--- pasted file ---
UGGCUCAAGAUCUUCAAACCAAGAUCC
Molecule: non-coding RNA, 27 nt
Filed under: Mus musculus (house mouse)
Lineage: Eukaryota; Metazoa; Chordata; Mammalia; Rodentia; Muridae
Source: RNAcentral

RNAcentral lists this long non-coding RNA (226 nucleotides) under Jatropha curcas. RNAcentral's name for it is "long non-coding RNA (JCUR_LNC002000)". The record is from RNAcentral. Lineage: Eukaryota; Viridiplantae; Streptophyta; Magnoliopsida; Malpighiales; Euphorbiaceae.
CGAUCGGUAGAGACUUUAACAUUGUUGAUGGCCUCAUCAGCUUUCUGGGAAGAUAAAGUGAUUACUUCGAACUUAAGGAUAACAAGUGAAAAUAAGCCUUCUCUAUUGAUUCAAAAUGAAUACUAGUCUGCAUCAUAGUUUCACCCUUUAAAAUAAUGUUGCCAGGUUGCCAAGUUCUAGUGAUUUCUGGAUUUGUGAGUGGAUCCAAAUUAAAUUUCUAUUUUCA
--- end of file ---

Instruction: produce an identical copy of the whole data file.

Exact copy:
UGGCUCAAGAUCUUCAAACCAAGAUCC
Molecule: non-coding RNA, 27 nt
Filed under: Mus musculus (house mouse)
Lineage: Eukaryota; Metazoa; Chordata; Mammalia; Rodentia; Muridae
Source: RNAcentral

RNAcentral lists this long non-coding RNA (226 nucleotides) under Jatropha curcas. RNAcentral's name for it is "long non-coding RNA (JCUR_LNC002000)". The record is from RNAcentral. Lineage: Eukaryota; Viridiplantae; Streptophyta; Magnoliopsida; Malpighiales; Euphorbiaceae.
CGAUCGGUAGAGACUUUAACAUUGUUGAUGGCCUCAUCAGCUUUCUGGGAAGAUAAAGUGAUUACUUCGAACUUAAGGAUAACAAGUGAAAAUAAGCCUUCUCUAUUGAUUCAAAAUGAAUACUAGUCUGCAUCAUAGUUUCACCCUUUAAAAUAAUGUUGCCAGGUUGCCAAGUUCUAGUGAUUUCUGGAUUUGUGAGUGGAUCCAAAUUAAAUUUCUAUUUUCA